SEC Chair: It Will Be A Busy Year For Enforcement

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SEC Chair Mary Jo White outlined the 2014 agenda for the SEC in recent remarks. SEC Chair Mary Jo White, 41st Annual Securities Regulation Institute, Coronado, California (Jan. 27, 2014)(here). Portions of the agenda focused on technology and rule making initiatives. A key segment focused on Enforcement, promising a “very busy” year.

Beginning with new technology and related issues, Ms. White discussed NEAT, MIDAS and operational integrity. NEAT stands for “National Exam Analytics Tool.” The Quantitative Analytics Unit of the National Exam Program developed this tool. It permits the staff to quickly analyze massive amounts of data. Thus, for example, in “one recent exam, our exam team used NEAT to analyze in 36 hours literally 17 million transactions executed by one investment adviser.” In 2014 this tool will permit the staff to “identify signs not only [of] possible insider trading, but also front running, window dressing, improper allocations of investment opportunities, and other kinds of misconduct.”

MIDAS–the Market Information Data Analytics System—is another recently developed tool. It permits the staff to collect huge amounts of trading data and is available on the Commission’s website. In 2014 “we are expecting to post further staff analysis of off-exchange trading, a review of research on high-frequency trading, and a data series on depth-of-book liquidity,” Ms. White noted.

Ms. White also discussed operational integrity for exchanges, reviewing her meeting with the leaders of the equities and option exchanges last August following the outage in Nasdaq listed securities. In 2014 the Commission’s rule making agenda will include Regulation SCI –Systems Compliance and Integrity – which will put “new, stricter requirements for the use of technology by exchanges, large alternative trading systems, clearing agencies, and securities information processors.”

Ms. White also promised to move forward with the rule making agenda for the Commission. In this area the agency will move forward with implementing Dodd-Frank and completing proposed rules for money market funds and securitization as well as evolving new paths to capital formation. As part of this agenda Ms. White stated that “we should rethink not only the type of information we ask companies to disclose, but also how that information is presented, where and how that information is disclosed, and how we can take advantage of technology to facilitate investors’ access to information and make it more meaningful to them.”

Turing to the enforcement program, Chair White stated that “[t]he coming year promises to be an incredibly active year in enforcement, as we continue to vigorously pursue wrongdoers and bring enforcement actions across the entire industry spectrum.” Part of that robust program will focus on the continued use of admissions which are designed to achieve greater accountability and build public confidence. Thus “in 2014, you will see more cases involving admissions. When and how we decide to require admissions will continue to evolve and be subject to further articulation in the cases we bring and as we discuss it publicly,” Ms. White stated.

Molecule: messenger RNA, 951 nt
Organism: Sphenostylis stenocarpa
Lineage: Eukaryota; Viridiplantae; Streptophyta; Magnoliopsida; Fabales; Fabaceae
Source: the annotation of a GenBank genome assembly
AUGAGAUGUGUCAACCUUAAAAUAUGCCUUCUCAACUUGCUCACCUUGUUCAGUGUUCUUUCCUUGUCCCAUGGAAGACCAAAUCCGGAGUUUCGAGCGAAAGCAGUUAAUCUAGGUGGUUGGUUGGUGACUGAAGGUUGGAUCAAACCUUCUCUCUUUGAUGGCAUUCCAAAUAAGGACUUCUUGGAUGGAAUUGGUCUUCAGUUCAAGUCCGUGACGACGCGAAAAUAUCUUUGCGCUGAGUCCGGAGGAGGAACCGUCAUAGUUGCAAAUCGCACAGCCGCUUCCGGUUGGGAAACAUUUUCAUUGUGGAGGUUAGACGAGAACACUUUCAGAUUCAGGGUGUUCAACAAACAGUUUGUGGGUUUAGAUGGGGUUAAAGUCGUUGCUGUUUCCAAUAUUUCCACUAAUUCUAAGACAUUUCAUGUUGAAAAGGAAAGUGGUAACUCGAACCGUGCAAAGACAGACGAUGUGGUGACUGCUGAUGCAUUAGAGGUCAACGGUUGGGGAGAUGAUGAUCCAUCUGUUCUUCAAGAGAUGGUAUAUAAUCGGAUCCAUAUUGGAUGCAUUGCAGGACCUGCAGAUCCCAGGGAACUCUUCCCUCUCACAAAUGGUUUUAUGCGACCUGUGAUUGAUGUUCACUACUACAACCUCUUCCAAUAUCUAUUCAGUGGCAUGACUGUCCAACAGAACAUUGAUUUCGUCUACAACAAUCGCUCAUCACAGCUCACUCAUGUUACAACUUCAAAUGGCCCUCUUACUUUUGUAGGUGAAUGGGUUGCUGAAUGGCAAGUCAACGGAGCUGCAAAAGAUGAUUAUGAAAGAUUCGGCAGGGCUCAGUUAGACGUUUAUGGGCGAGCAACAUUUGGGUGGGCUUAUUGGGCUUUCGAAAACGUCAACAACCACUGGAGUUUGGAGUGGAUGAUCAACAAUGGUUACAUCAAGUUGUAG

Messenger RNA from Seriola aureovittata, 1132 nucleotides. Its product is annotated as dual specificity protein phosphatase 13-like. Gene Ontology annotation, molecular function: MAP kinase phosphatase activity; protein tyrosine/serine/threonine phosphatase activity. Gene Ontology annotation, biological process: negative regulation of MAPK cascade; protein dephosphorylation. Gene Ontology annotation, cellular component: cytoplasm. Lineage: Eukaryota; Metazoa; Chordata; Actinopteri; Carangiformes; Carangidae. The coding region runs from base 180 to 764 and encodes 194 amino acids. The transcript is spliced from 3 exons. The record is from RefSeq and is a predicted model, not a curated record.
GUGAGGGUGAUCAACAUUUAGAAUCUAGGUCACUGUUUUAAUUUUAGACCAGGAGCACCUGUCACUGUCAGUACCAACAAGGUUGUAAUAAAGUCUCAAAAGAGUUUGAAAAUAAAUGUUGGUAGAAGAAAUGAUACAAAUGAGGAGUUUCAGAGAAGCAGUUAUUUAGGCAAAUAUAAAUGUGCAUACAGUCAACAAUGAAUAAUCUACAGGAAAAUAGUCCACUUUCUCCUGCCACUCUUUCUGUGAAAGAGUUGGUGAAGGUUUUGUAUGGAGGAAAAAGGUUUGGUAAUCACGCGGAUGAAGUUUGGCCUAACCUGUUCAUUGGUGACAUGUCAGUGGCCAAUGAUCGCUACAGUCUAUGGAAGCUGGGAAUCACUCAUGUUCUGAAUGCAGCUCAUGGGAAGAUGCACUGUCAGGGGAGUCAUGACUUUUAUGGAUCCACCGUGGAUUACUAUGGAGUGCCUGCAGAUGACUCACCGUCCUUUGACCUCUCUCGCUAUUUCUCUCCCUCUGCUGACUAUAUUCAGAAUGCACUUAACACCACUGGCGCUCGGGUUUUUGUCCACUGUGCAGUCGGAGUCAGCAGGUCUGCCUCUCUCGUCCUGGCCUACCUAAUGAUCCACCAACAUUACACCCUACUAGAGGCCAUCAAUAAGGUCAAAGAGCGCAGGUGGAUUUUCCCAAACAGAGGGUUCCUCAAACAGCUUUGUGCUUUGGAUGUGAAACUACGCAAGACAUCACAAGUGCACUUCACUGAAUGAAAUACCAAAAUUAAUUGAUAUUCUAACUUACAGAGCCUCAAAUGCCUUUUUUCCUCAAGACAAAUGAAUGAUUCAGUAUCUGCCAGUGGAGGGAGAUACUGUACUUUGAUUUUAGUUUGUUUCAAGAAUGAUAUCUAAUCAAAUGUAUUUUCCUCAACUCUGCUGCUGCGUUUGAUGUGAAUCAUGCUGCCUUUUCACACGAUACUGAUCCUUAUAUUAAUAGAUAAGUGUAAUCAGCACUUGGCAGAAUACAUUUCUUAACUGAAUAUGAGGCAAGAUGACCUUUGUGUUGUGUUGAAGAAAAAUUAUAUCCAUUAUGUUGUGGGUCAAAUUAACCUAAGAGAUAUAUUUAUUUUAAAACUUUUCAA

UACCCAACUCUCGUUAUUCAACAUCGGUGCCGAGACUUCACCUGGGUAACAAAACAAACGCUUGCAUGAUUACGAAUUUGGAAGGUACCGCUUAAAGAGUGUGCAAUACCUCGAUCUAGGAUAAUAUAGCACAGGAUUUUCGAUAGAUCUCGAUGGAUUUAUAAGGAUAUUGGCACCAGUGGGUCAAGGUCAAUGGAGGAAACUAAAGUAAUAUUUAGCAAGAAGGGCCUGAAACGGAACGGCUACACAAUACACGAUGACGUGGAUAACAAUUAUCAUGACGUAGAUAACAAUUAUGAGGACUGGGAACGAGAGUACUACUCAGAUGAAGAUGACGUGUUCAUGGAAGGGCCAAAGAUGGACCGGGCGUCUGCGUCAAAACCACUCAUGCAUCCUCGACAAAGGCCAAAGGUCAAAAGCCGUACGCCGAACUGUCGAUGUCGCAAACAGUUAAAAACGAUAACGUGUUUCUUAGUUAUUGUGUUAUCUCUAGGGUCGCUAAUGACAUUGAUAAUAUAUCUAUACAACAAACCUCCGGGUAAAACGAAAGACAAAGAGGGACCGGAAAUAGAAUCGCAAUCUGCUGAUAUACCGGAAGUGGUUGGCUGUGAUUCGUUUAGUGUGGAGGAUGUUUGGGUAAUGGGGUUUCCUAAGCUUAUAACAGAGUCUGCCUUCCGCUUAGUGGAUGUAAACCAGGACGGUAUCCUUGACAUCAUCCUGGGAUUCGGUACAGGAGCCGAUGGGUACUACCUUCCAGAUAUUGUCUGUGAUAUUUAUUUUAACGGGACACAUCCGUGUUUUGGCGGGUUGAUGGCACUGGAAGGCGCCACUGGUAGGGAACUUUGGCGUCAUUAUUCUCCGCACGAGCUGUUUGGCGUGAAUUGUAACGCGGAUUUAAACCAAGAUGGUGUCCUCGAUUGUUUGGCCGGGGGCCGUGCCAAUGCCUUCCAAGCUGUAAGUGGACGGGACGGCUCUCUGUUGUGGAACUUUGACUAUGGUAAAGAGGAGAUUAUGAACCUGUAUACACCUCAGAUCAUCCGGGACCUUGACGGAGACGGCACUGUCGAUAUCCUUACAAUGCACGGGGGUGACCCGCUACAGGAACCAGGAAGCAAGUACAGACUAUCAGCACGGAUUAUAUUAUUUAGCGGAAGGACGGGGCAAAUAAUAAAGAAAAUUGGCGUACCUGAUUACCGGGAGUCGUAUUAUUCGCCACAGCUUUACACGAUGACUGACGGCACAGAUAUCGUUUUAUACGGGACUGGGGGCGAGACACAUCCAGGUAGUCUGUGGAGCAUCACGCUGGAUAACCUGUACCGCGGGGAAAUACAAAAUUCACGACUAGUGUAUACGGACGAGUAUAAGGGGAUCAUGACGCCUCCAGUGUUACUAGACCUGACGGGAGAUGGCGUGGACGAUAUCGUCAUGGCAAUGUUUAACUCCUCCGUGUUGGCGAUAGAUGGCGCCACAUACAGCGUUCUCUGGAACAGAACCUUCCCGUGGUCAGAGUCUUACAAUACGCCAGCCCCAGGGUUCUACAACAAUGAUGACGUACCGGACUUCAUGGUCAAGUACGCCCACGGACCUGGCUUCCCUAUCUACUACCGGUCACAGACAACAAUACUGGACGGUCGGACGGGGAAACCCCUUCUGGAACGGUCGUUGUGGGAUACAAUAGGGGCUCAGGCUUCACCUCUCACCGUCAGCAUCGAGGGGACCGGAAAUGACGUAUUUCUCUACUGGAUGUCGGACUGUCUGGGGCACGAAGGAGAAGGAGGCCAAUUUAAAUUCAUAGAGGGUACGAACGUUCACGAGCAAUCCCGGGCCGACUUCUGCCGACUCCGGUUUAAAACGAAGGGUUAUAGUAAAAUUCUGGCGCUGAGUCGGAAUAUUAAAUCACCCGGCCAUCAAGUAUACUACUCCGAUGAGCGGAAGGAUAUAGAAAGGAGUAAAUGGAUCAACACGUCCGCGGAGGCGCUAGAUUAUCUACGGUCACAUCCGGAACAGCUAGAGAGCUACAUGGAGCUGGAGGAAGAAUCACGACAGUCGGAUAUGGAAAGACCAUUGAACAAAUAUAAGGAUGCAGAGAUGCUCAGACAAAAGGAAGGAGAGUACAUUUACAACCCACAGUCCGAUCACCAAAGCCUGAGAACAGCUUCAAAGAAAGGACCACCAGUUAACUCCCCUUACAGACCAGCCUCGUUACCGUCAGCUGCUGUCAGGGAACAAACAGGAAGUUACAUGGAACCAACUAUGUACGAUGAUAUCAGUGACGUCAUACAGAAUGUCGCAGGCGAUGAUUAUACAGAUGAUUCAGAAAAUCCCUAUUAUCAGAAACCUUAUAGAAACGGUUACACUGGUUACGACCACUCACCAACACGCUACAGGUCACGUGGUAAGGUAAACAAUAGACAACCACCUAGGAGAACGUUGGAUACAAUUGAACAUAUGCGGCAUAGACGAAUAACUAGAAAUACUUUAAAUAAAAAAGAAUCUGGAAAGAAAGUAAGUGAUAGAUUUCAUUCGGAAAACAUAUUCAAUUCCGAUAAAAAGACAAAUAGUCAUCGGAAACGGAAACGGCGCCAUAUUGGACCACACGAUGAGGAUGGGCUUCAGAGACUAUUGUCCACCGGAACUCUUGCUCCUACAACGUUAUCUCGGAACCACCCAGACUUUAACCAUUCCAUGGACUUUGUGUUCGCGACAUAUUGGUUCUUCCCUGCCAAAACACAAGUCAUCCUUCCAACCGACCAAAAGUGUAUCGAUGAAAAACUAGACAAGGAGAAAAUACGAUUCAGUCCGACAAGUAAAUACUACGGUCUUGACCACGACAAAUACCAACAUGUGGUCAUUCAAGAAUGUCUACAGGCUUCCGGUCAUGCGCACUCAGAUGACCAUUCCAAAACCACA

The focus of enforcement will shift, as its division’s docket of major investigations for the financial crisis draws to a close. In fact that shift began last year with the formation of the Financial Reporting and Audit Task force. This group, Ms. White noted, “is pursuing a number of goals, including building a deep understanding of the state of financial reporting – not just why it happens, because there is plenty of learning on that question, but how it happens and in what specific areas.” That effort will also look closely at auditors and senior executives of companies. “The message is that critical accounting issues are the responsibility of all those involved in the preparation and review of financial disclosures” the Chair noted.

Market integrity will also be a 2014 enforcement priority. Over the past two years the Commission has “tried to send a strong enforcement message to the exchanges and alternative trading systems” that they must operate fairly and within the rules. Moving forward market structure integrity actions will continue to be a priority. Likewise “FCPA, insider trading, and microcap fraud” will be priorities in 2014. Overall it will be “a very busy year in enforcement,” Ms. White reiterated.